When an assailant raped and murdered New Yorker Kitty Genovese in 1964, The New York Times reported that dozens of people witnessed the attack and did nothing to stop it.
But in the early 2000s, another Times piece found the claims in the 1964 article were exaggerated and sensationalized. Probably less than 10 people had knowledge of the attack, with three of them intervening.
But at the time, the tragedy and the supposed apathy that surrounded it, led to a burgeoning field looking into a possible Bystander Effect, including the Smoke Filled Room study of 1968. Social psychology researchers Bibb Latane and John Darley ran a series of experiments testing their hypothesis that when other people are around, bystanders are less likely to intervene.
In the best-known of their studies, the pair recruited subjects to fill out a questionnaire. The first group consisted of subjects who answered questionnaire by themselves, while the second group involved several persons filling out the form.
A few minutes into the experiment, thick smoke pored through a vent. Those by themselves, for the most part, left the room immediately and informed Latane and Darley.
Subjects in the second group, however, responded differently. Only one was an actual subject, the other persons were in on the experiment and had been instructed to take no action. Most of the time, the subject likewise failed to act.
In all, 75 percent of solo subjects intervened in the smoke, while just 10 percent of the subjects surrounded by confederates did. This seemed to confirm Latane and Darley’s hypothesis. Similar experiments yielded similar results, though not all of them as pronounced. But the differences were consistent enough that the duo concluded that there was a casual effect to the number of persons present and the likelihood of intervention.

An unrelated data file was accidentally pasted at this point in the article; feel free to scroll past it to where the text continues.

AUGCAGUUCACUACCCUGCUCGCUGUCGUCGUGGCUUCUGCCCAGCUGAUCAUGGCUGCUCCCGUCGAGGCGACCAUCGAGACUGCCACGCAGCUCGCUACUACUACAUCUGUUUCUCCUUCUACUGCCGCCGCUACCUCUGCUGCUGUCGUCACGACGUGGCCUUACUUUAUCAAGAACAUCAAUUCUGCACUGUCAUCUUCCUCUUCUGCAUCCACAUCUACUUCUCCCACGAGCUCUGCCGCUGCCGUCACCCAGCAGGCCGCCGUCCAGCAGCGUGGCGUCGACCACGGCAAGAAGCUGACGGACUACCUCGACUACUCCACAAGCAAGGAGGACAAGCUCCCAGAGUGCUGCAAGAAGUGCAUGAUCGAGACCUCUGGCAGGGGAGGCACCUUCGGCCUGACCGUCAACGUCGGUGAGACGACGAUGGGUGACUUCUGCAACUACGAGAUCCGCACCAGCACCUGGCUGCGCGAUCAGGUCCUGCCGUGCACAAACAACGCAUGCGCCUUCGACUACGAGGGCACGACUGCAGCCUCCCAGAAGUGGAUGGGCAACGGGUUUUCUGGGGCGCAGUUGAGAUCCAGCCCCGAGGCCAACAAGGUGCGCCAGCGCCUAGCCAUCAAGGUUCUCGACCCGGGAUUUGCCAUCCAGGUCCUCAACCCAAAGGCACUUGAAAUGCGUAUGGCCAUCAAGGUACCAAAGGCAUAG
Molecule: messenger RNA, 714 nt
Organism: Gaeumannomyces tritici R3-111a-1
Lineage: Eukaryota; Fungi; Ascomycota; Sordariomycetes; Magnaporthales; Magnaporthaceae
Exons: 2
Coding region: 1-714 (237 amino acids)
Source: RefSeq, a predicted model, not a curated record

But then in 2019, publications reported that the Bystander Effect was largely nonexistent, that a review of public conflicts showed that most people do intervene.
This research focused on public altercations captured on video. More than 1,200 conflicts were examined, in Lancaster, UK, Amsterdam, and Cape Town. In each city, intervention occurred nine times out of 10. Further, stepping in was most likely to occur if there were more bystanders.
As to the opposite conclusion being reached in the Smoke Filled Room studies, that can be explained by the study’s flawed methodology. Other than a lone subject, participants were instructed to not act. Had smoke began filling a room of 20 persons not in on the charade, some of them would have almost certainly taken action, as the results of the 1,200 public altercations demonstrate.
Skeptoid’s Brian Dunning wrote that a better-designed experiment would have had no confederates and, indeed, that would have produced a more authentic result. The test, he noted, served as an experiment on peer pressure, but not the bystander effect it was presuming to examine.